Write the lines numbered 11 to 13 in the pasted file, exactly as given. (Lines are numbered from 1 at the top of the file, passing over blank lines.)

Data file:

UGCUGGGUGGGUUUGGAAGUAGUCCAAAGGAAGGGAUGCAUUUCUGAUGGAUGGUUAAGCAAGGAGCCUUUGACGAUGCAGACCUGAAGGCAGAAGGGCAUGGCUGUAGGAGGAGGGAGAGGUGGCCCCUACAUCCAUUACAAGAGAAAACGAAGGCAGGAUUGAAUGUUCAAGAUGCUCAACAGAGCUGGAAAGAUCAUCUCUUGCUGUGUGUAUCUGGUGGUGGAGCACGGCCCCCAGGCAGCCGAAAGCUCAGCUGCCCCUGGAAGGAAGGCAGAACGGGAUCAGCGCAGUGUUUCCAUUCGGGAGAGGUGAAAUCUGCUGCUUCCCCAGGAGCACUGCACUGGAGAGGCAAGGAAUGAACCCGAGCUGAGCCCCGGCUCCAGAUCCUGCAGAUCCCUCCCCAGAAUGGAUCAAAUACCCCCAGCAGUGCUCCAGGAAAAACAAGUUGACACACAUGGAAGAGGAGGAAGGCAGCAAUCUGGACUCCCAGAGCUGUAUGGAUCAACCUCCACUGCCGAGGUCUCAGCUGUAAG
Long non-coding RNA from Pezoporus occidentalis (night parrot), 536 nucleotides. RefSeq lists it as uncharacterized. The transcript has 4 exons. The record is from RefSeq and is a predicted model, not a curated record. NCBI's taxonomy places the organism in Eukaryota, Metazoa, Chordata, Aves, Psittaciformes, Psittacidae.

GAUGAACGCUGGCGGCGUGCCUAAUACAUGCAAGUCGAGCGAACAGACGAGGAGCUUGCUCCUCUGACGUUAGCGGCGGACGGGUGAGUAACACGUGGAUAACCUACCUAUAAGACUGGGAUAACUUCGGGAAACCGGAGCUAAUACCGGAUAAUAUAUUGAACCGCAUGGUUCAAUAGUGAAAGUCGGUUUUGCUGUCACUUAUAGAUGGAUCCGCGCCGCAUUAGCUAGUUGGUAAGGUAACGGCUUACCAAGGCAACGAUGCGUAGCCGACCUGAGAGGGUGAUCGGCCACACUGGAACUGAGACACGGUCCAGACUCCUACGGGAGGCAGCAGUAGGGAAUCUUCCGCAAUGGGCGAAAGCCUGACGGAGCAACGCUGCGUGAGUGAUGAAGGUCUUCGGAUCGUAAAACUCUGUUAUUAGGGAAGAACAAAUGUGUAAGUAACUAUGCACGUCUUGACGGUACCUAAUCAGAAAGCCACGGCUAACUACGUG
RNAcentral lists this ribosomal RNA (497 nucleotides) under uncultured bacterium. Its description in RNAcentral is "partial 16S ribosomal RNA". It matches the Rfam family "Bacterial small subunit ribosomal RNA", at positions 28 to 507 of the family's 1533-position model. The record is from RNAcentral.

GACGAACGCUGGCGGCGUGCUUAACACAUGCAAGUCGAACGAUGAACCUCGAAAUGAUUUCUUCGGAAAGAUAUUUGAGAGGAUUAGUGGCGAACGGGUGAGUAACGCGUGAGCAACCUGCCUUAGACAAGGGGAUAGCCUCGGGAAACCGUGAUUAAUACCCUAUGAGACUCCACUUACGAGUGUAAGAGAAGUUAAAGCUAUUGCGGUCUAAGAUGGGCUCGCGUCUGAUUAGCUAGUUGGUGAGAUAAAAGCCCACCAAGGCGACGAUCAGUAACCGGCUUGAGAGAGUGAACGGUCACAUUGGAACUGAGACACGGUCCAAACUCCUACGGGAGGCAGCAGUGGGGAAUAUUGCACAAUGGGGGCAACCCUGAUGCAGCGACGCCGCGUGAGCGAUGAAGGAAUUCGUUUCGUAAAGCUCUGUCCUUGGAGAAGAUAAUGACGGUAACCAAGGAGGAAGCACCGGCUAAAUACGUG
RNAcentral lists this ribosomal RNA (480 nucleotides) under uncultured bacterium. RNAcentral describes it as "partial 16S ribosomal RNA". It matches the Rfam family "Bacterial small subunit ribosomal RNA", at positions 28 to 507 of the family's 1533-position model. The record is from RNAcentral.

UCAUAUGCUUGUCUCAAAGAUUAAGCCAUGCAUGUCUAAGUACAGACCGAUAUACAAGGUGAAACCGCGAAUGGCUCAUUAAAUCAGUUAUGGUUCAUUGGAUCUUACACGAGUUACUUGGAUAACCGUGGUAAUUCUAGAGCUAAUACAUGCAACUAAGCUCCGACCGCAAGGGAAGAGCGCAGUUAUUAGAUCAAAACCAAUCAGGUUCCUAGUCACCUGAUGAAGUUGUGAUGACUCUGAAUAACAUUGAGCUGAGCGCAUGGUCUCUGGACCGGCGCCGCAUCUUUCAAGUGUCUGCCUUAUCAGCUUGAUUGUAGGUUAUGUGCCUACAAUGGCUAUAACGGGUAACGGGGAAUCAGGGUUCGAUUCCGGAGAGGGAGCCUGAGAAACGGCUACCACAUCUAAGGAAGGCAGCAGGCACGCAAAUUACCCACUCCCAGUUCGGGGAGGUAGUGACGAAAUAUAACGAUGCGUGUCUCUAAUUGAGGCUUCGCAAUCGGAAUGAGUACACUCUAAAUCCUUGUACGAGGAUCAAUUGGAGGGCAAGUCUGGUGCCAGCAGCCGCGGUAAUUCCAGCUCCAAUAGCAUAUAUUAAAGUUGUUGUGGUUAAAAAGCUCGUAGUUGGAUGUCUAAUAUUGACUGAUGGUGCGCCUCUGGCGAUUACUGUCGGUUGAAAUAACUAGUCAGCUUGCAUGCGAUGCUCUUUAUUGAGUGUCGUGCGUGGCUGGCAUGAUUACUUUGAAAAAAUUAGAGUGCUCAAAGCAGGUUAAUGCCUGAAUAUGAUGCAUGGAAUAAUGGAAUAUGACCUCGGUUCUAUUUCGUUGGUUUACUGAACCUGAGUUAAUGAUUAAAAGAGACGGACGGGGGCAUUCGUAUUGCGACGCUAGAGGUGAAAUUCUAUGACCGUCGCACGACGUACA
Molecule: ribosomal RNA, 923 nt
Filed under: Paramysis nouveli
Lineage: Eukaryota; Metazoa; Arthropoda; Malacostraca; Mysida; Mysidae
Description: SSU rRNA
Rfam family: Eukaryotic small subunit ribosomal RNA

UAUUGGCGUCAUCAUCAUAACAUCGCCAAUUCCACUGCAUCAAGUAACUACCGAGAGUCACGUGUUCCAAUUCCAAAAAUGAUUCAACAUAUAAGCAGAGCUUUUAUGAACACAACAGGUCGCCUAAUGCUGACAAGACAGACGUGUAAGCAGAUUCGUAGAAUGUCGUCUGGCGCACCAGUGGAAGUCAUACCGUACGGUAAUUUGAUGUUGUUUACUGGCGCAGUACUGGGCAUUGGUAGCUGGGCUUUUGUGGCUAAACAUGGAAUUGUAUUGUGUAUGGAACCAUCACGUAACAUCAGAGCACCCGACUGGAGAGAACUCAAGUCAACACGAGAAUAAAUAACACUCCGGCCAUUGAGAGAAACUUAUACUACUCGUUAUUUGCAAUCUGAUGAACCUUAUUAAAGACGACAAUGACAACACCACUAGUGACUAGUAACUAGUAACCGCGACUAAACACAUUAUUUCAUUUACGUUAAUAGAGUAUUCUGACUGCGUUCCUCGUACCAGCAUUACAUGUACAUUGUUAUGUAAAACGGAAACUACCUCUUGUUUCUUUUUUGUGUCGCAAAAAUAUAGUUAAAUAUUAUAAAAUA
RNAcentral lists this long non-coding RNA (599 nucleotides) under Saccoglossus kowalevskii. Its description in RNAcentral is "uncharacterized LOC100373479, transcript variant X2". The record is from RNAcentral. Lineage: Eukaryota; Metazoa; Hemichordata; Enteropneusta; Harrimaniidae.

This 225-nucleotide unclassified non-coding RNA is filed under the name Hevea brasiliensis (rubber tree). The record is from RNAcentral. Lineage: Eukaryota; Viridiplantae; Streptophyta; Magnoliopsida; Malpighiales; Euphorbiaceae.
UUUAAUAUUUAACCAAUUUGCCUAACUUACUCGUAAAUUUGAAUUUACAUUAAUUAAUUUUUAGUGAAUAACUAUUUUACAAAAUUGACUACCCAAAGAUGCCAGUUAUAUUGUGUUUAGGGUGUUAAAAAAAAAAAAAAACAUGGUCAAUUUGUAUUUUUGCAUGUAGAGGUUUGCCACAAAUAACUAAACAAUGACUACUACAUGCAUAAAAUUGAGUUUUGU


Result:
Description: SSU rRNA
Rfam family: Eukaryotic small subunit ribosomal RNA

UAUUGGCGUCAUCAUCAUAACAUCGCCAAUUCCACUGCAUCAAGUAACUACCGAGAGUCACGUGUUCCAAUUCCAAAAAUGAUUCAACAUAUAAGCAGAGCUUUUAUGAACACAACAGGUCGCCUAAUGCUGACAAGACAGACGUGUAAGCAGAUUCGUAGAAUGUCGUCUGGCGCACCAGUGGAAGUCAUACCGUACGGUAAUUUGAUGUUGUUUACUGGCGCAGUACUGGGCAUUGGUAGCUGGGCUUUUGUGGCUAAACAUGGAAUUGUAUUGUGUAUGGAACCAUCACGUAACAUCAGAGCACCCGACUGGAGAGAACUCAAGUCAACACGAGAAUAAAUAACACUCCGGCCAUUGAGAGAAACUUAUACUACUCGUUAUUUGCAAUCUGAUGAACCUUAUUAAAGACGACAAUGACAACACCACUAGUGACUAGUAACUAGUAACCGCGACUAAACACAUUAUUUCAUUUACGUUAAUAGAGUAUUCUGACUGCGUUCCUCGUACCAGCAUUACAUGUACAUUGUUAUGUAAAACGGAAACUACCUCUUGUUUCUUUUUUGUGUCGCAAAAAUAUAGUUAAAUAUUAUAAAAUA